Tag Archives: Marinas/Moorings

Dereliction Friction

EastCoastwstatsThe Florida Fish and Wildlife Conservation Commission has an excellent (not yet fully implemented) online tool  for tracking location and essential information on derelict boats. For the Florida East Coast, when the underlying data is parsed it reveals:

  • 66% of derelict recreational boats are Florida registered, and this percentage is slightly understated because the “Registration NA” boats probably contain some number of Florida registered boats.
  • Of the derelict boats for which length data is available (87%), the median boat size (all types) is 26 feet and the mean is 27 feet (discounting an outlier). Two thirds are between 22 and 32 feet.
  • Across both registration categories sailboats account for 40%, cabin-power for 19%.
  • 75% of the 170+ derelicts are in Monroe, Miami-Dade, Brevard and Broward Counties, but…
  • In Broward County 68% of the boats identified as derelict are in slips.
  • Most of the pictures of “Registration NA” boats and many of the “FL Registered” depict hulls so old that removal would entail little legal effort.


  • The few commercial hulks, barges, etc were not counted.
  • The boat registration and length data is extracted from graphics files in the FWC tool by hand; there may have been a few errors.

What can we draw from this?

  • The registration data doesn’t support derelict boats being driven by out of state/foreign cruisers.
  • The size data doesn’t support derelict boats being driven by cruisers, period. Yes, we have taken over 500 and 1000 mile trips in a 23 footer (1976) and a 29 footer (1980), but what we see on the waters today is 35-45 footers. Although to be balanced, 18% of the measured derelicts are 35 feet or greater — the same percentage as boats 21 feet or less.
  • From the FWC photos, the sailboats, with few exceptions, are not equipped as long range cruisers, they look to be local boats that were either uninsured or insured and totaled, and the local owners just walked away.
  • Broward County’s slipped derelicts should be discounted when talking about anchoring issues.
  • Money for removal is more of an issue than authority for removal.

Finally (well, that apparently never happens in this debate), we don’t like looking at or being anchored near derelicts or imminent derelicts any more than any other Floridian. We don’t like them clogging up our few and far between safe anchorages. We don’t like them driving municipalities to create maritime ghettos that wipe out those few and far between safe anchorages.

We believe the data above is a reason for the latest shift to attempting to ban anchoring on the basis of defamatory accusations rather than data. It’s pretty clear from the data, cruisers don’t come to Florida to abandon their boats.

So What Does Cruising Cost? Dot Too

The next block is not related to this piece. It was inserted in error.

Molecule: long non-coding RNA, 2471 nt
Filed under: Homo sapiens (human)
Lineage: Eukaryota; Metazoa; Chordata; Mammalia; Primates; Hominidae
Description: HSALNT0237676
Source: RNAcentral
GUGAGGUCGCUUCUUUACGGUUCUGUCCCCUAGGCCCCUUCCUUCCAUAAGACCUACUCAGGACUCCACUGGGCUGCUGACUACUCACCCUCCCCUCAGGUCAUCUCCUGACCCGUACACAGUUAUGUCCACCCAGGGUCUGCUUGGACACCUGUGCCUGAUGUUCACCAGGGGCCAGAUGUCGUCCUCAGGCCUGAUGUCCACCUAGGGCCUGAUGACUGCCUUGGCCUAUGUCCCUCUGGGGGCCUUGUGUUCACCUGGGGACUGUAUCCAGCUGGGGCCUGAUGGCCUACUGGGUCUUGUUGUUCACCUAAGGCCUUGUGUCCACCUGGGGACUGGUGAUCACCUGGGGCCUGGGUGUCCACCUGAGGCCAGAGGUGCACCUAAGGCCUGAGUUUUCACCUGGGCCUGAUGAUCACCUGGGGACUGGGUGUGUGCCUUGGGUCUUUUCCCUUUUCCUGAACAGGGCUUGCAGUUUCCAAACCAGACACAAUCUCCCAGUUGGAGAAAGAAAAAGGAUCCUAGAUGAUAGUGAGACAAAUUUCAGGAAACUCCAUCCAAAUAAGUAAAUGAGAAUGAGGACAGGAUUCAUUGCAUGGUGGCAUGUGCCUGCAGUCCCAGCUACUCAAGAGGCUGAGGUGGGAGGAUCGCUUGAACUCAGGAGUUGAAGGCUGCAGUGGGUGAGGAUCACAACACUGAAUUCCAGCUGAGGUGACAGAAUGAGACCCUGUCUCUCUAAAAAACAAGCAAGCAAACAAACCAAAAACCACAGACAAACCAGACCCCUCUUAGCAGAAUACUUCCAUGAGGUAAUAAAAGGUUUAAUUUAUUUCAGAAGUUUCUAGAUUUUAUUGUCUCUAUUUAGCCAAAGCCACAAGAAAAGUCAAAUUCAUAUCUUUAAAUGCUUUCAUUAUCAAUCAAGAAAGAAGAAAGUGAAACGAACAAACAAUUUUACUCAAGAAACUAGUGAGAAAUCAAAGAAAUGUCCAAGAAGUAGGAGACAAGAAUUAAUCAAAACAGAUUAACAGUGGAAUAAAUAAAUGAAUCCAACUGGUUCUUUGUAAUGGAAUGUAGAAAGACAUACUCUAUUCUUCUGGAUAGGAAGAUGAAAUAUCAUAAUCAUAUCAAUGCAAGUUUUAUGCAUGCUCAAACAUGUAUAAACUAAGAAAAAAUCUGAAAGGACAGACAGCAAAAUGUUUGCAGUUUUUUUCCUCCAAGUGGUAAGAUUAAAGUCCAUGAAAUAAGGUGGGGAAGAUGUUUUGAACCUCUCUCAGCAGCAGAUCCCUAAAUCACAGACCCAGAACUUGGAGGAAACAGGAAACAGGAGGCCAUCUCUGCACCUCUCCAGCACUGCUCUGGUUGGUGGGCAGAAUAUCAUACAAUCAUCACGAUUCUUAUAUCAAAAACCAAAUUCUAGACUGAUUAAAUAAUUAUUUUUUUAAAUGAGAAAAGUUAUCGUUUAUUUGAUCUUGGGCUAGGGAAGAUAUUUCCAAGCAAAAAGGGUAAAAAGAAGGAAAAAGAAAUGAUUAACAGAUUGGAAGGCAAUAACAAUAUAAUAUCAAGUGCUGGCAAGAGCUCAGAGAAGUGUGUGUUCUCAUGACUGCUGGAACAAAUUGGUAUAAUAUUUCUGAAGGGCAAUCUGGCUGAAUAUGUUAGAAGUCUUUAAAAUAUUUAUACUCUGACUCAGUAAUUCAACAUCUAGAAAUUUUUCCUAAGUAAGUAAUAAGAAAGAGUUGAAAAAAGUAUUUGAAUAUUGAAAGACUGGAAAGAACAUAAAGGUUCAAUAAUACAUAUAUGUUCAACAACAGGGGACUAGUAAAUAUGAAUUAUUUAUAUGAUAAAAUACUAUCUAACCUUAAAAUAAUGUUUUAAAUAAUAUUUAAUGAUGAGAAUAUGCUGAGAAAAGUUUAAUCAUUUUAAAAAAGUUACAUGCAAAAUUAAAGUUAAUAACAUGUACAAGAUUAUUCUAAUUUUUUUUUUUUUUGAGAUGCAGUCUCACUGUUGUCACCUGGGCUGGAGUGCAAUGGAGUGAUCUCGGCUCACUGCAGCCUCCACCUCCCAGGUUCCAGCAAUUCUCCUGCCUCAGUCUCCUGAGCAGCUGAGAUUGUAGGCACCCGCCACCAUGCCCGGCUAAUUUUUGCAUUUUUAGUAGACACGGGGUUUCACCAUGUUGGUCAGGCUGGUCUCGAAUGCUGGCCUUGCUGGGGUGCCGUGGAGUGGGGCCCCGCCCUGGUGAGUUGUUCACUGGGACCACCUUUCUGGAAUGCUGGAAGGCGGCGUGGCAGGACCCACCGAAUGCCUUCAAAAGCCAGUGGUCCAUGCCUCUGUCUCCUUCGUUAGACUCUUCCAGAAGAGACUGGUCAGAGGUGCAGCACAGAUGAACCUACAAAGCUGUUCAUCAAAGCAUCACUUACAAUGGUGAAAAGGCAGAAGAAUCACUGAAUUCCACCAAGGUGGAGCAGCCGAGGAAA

Some Slips are Bare Bones

Renting a slip is a lot like renting a car. The advertised rate is much less than the price, and you have to add a lot of stuff to get the real number. And daily is the most expensive choice. [And I’ve ignored taxes.]

Most marinas have a daily rate which many will discount. The latest twist is some are only honoring their day discounts on the first day of your stay. Some have a weekly rate, and almost all have a monthly rate which may be discounted if you sign a contract.

Cost Elements Continue reading

So What Does Cruising Cost?

At the marina picnic last week, a bit of the discussion was about money (which pairs with boats like lemon juice with a paper cut). Most of it was about new stuff, broken stuff, too much stuff and other stuff. But there were a few newbies, and their questions and comments were mostly about cruising was more expensive than they expected. Whatever they expected.

Cruising costs what one lets it cost. Some keep costs down by good decision making and good discipline. Others keep costs down by sneaking into marinas/mooring fields and tying up for the night and leaving before the staff arrives in the morning. Fortunately, there are very few of these folks, but not few enough. Zero would be good.

But having listened to the discussion, I wondered what is it costing us? Not in dollars and cents – our Quicken has 29 sub accounts; we know where the money is going. But in terms of trade-offs, we hadn’t given that much thought.

After deductions for taxes and short-term savings, this is the picture:

RemovedPutting the house in rental and making it completely self supporting allowed us to reduce our budget by 15+ percent. So far renting has been a little better than break-even. If we had been able to sell it, it would have been net zero to budget since we have to buy another house eventually.

ReducedWe were able to reduce our expenses when it came to driving a car (ours or rented), and free WiFi and a masthead antenna saves us a bundle on bundled digital services. Special insurance is an artifact storing the car reducing the premiums.

UnchangedBut medical and insurance costs accounting for almost a fifth of our budget remained unchanged.